Flow continues NE path

The June 27 lava flow kept to its northeastern path Tuesday as it skirted the edge of Kaohe Homesteads.

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The June 27 lava flow kept to its northeastern path Tuesday as it skirted the edge of Kaohe Homesteads.

Hawaii County Civil Defense said an overflight that morning showed the flow had advanced 270 yards since Monday.

The flow is slowing and widening as it reaches less steep terrain, according to U.S. Geological Survey Hawaiian Volcano Observatory scientists. No homes are currently threatened as the flow is advancing through vacant forested lots.

The flow is expected to reach Pahoa Village Road within approximately 18 days and Apaa Road in about two weeks.

It was about 100 yards wide at its leading edge Tuesday, according to Civil Defense. On Monday, the flow was about 600 yards at its widest point.

Jim Kauahikaua, HVO scientist-in-charge, said widening of the flow is expected, though it remains to be seen how wide it will be if it reaches Pahoa.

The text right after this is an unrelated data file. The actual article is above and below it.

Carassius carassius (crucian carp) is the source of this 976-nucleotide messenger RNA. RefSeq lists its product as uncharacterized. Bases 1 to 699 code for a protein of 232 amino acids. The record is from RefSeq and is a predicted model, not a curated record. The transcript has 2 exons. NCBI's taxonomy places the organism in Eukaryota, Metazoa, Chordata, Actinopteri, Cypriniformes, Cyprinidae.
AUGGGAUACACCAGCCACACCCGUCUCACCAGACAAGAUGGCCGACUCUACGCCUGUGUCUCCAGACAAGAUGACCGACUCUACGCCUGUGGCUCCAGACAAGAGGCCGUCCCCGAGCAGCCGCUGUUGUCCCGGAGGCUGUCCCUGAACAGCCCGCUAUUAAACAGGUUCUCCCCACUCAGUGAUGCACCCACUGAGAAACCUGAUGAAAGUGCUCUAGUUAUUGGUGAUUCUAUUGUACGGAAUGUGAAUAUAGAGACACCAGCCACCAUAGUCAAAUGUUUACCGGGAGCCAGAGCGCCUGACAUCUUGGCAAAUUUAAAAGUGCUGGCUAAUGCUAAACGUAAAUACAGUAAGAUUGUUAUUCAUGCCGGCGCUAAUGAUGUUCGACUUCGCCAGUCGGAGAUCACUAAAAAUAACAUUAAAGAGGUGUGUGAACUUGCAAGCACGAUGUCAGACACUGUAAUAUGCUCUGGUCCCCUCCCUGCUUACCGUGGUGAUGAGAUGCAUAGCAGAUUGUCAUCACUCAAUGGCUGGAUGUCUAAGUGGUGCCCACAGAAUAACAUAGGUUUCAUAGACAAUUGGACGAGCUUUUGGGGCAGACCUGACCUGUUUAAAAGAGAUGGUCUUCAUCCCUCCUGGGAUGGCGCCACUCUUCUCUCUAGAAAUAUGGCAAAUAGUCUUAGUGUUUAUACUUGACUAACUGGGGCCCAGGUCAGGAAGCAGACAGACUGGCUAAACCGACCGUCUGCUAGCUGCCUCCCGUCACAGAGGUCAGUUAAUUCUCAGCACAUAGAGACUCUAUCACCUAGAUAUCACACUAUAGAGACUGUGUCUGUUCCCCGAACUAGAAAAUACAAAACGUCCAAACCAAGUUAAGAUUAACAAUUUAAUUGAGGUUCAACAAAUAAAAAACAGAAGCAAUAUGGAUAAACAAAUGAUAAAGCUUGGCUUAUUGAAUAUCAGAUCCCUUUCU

“It’s a really steady slope in there,” he said. “I don’t think it’s going to pond or anything. It still could be hidden in the trees.”

The Pahoa transfer station is potentially one of the first areas the flow could reach. Bobby Jean Leithead Todd, county Environmental Management director, said she is looking for a temporary site for the transfer station.

Construction of a roundabout at the intersection of Pahoa Village Road and Highway 130 is on hold because of the flow, according to the state Department of Transportation. The $4.8 million project was expected to start in October.

The Pahoa District Park project also is on hold. Equipment working on the park expansion has been diverted to build alternate routes should lava reach the highway.

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The next community meeting about the flow is slated for 6:30 p.m. Thursday at the Pahoa High School cafeteria.

Email Tom Callis at tcallis@hawaiitribune-herald.com.

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